The Respondent argued that Jordan’s Principle was not engaged as no jurisdictional dispute existed, since both government entities agreed that Jeremy was entitled to receive the equivalent funding that a person in a similar situation living off reserve would receive. Thus, the Respondent argued that the Manager had properly assessed PLBC’s request, and that it had been reasonable for the Manager to conclude that the request was for 24 hour in-home care services. Finally, the Respondent disputed the application of section 15(1) of the Charter as the benefits in question were not prescribed by law.

The Federal Court of Canada addressed the following three issues:

  1. Was Jordan’s Principle engaged in this case?
  2. Did the Manager properly assess the request for funding?
  3. Did the Manager exercise her discretion in a manner that violated section 15(1) of the Charter?

The Federal Court of Canada agreed with the Respondent that the standard of review applicable to the Manager’s decision which was a question of mixed fact and law was one of reasonableness.

With respect to the issue of whether Jordan’s Principle was engaged in this case, Justice Mandamin stated:

Clearly, Jordan’s principle was implemented by AANDC. Ms. Barbara Robinson, Manager – Social Programs, was designated the Jordan’s Principle focal point for AANDC in Atlantic Canada. She described AANDC’s implementation of Jordan’s Principle in the following terms:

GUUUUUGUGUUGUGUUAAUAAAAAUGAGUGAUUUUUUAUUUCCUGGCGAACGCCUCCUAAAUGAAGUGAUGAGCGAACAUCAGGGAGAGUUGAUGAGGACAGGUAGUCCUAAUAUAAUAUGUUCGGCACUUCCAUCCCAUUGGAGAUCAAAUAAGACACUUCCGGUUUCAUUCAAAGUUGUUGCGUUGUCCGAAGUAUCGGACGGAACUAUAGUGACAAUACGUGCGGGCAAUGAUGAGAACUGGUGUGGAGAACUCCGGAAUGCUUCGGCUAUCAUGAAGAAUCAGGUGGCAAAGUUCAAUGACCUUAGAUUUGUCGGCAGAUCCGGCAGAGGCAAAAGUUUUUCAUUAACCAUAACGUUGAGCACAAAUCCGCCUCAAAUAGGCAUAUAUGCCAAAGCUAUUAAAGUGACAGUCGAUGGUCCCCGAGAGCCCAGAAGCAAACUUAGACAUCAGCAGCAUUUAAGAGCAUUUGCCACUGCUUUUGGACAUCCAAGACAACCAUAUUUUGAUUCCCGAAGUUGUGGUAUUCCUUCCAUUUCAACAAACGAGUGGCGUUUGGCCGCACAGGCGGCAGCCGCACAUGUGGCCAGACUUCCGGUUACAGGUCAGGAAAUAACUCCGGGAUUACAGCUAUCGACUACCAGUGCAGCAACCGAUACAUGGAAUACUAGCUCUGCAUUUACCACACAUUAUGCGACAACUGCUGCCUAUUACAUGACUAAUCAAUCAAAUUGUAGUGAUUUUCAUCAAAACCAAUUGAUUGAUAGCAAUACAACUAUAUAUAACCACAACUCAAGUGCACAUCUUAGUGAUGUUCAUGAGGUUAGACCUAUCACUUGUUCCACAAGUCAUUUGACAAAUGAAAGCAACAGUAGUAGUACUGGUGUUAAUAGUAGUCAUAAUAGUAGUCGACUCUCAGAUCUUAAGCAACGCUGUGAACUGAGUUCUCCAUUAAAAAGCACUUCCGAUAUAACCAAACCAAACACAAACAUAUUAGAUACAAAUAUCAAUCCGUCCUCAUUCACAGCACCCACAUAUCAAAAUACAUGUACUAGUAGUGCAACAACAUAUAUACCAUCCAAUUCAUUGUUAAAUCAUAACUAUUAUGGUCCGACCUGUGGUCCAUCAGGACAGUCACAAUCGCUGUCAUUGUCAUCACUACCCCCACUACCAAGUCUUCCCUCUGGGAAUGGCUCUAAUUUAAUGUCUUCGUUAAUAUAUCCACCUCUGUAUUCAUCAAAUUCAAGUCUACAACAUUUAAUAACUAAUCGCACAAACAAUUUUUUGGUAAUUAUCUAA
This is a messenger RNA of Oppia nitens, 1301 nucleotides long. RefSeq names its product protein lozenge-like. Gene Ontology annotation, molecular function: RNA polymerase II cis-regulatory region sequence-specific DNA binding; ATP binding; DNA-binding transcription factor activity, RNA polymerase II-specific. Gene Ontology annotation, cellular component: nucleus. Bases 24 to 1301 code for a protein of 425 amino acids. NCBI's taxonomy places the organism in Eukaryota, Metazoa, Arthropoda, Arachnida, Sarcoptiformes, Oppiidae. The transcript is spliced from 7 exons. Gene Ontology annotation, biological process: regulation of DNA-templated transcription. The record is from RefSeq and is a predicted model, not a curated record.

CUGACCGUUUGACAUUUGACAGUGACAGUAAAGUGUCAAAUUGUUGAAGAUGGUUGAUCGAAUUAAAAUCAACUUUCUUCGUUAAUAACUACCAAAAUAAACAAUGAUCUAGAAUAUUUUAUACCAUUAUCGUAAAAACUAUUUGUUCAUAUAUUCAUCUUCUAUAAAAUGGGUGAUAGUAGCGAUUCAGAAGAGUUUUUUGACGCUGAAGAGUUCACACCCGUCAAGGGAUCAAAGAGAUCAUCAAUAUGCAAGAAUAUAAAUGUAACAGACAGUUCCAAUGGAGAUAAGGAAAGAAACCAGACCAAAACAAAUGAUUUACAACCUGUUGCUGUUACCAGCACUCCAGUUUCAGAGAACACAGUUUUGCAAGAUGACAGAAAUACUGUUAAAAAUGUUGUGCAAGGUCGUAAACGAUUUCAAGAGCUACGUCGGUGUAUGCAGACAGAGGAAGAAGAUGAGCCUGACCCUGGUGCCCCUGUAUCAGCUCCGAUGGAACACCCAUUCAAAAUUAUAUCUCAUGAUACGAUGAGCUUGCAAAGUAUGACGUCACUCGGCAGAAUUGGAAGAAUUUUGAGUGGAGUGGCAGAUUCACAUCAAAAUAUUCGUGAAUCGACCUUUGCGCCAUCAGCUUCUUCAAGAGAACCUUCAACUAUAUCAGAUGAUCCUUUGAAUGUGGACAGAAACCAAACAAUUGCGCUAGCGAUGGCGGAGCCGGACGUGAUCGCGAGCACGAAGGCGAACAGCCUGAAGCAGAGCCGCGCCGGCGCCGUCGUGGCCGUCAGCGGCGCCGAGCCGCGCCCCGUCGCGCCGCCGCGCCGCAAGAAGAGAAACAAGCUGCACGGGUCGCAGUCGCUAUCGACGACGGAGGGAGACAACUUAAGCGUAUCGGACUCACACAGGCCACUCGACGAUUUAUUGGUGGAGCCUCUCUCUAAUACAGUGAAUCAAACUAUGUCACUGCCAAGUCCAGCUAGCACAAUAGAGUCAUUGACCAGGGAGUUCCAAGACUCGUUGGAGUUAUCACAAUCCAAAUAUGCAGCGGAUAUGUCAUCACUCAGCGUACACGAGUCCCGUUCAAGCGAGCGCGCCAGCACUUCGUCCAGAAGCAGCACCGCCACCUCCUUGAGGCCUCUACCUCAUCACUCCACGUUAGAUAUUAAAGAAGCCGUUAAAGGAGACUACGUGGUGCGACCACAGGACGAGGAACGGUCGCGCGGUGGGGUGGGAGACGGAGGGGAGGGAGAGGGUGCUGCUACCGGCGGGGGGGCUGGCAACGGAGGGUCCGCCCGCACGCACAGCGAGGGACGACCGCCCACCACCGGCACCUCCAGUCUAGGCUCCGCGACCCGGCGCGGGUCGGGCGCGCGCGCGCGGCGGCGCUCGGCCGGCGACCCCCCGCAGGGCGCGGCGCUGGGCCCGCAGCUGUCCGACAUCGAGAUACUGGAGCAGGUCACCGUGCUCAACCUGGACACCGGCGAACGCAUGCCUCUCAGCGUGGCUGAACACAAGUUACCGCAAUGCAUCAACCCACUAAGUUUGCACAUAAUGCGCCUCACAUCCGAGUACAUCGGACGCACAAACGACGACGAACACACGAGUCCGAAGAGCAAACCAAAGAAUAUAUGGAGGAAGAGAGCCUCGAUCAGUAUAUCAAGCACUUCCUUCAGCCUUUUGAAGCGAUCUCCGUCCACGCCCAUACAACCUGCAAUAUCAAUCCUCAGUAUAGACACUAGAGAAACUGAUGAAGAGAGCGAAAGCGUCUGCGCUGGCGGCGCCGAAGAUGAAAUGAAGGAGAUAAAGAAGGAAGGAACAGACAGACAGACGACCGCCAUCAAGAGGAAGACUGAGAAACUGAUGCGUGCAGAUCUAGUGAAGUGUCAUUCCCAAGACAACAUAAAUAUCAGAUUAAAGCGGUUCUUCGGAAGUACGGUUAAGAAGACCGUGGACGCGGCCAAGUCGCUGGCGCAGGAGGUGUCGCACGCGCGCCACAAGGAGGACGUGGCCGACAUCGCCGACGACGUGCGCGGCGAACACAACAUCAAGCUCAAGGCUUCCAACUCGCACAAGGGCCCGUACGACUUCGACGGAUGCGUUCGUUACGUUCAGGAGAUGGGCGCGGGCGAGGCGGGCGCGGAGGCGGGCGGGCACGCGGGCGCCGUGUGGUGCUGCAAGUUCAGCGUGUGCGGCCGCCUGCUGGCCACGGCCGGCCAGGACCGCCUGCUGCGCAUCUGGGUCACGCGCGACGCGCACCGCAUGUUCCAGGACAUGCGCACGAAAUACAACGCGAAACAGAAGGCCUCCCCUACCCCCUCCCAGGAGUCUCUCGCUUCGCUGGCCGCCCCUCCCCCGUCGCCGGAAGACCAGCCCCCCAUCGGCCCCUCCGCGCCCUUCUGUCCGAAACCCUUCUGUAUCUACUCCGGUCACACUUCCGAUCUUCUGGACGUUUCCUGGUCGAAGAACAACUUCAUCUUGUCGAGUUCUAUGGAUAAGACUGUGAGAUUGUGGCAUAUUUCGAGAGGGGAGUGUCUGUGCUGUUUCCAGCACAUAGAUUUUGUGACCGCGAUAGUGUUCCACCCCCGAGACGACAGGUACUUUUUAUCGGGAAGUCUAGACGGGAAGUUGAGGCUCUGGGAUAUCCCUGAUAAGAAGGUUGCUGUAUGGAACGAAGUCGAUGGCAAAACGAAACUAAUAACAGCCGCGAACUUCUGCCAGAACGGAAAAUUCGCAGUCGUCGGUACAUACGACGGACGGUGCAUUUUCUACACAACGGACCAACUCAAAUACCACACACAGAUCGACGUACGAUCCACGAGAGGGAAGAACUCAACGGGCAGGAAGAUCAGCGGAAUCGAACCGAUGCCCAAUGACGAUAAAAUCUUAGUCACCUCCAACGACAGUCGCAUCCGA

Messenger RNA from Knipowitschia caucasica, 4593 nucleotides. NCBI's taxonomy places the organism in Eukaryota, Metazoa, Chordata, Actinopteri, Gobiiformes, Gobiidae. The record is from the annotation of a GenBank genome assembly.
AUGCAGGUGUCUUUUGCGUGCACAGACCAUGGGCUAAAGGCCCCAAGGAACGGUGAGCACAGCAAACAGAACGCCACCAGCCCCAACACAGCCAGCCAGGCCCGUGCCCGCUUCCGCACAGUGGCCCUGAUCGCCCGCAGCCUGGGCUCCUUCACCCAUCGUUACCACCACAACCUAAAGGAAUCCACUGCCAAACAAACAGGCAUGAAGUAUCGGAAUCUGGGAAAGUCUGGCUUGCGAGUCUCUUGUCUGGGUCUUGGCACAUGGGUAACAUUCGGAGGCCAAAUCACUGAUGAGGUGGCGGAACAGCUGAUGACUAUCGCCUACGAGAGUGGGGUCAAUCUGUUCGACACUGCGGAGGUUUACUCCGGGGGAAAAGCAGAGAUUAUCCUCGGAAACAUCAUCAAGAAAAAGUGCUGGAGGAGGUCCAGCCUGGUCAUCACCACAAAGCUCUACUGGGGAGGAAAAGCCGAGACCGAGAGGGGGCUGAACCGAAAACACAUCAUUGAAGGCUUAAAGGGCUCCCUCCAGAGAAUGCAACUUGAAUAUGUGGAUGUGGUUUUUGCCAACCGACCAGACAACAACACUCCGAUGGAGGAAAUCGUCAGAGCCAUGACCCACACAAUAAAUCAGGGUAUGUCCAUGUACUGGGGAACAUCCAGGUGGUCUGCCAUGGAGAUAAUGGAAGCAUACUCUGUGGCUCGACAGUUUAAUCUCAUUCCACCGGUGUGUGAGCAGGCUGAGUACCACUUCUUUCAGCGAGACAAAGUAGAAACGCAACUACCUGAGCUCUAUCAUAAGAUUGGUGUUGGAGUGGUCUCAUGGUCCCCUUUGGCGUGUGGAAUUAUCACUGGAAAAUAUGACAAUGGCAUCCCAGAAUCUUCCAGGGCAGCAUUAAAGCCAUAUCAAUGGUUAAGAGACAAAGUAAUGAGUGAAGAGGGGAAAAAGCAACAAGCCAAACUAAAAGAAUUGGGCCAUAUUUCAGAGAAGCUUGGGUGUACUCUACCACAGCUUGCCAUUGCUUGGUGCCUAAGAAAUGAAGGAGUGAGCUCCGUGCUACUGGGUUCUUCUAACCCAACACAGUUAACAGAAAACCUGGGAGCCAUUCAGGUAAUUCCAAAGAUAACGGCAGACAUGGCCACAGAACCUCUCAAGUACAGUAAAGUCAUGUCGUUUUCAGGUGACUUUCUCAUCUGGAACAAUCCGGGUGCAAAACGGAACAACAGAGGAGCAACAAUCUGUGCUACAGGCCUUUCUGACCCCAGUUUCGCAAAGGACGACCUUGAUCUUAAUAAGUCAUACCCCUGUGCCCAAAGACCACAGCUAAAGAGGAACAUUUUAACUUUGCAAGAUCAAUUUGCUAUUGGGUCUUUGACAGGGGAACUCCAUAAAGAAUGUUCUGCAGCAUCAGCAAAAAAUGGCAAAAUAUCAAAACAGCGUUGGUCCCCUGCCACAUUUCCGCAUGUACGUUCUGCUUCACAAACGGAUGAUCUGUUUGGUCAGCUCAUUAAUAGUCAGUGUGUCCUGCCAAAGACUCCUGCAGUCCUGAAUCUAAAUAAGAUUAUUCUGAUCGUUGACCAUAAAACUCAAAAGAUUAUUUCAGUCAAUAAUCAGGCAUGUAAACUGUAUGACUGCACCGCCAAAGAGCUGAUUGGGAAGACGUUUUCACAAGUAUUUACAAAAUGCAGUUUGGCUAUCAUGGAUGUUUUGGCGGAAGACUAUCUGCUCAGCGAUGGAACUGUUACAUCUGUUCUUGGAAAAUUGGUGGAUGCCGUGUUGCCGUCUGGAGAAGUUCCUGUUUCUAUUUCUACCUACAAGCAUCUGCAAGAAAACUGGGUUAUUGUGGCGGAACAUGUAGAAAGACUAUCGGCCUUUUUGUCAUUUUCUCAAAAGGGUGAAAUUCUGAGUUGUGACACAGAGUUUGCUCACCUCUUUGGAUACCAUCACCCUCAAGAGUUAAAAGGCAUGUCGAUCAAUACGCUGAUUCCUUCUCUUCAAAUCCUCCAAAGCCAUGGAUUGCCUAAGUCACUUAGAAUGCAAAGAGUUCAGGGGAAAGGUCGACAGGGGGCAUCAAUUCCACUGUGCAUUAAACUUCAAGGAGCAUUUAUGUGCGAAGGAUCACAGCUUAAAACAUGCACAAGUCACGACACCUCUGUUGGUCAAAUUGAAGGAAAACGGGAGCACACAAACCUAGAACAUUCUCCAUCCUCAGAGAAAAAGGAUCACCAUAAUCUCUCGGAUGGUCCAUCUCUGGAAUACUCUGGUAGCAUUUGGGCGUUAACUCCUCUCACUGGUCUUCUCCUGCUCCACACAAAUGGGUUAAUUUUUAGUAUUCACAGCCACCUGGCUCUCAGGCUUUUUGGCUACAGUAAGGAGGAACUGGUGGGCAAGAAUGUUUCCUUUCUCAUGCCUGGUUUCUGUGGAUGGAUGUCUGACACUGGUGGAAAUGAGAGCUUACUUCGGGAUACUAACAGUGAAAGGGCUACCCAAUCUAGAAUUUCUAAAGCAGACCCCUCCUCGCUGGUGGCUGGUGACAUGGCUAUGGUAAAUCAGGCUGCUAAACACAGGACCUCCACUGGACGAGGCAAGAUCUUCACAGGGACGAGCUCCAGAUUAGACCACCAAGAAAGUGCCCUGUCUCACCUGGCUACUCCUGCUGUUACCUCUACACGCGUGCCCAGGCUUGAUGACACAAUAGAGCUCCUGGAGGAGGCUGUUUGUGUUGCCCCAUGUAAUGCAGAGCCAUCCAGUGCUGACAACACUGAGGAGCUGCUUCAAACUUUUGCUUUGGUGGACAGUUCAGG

Jordan’s Principle is a child-first principle which exists to resolve jurisdictional disputes between the federal and provincial governments regarding health and social services for on-reserve First Nations children. It ensures that a child will continue to receive care while the jurisdictional dispute between the provincial and federal government is resolved but does not create a right to funding that is beyond the normative standard of care in the child’s geographic location.

Jordan’s Principle applies when:

  1. The First Nations child is living on reserve (or ordinarily resident on reserve); and
  2. A First Nations child who has been assessed by health and social service professionals and has been found to have multiple disabilities requiring services from multiple service providers; and
  3. The case involves a jurisdictional dispute between a provincial government and the federal government; and
  4. Continuity of care – care for the child will continue even if there is a dispute about responsibility. The current service provider that is caring for the child will continue to pay for the necessary services until there is a resolution; and
  5. Services to the child are comparable to the standard of care set by the province – a child living on reserve (or ordinarily resident on reserve) should receive the same level of care as a child with similar needs living off-reserve in similar geographic locations.

In deciding that Jeremy’s case engaged Jordan’s Principle, Justice Mandamin held that: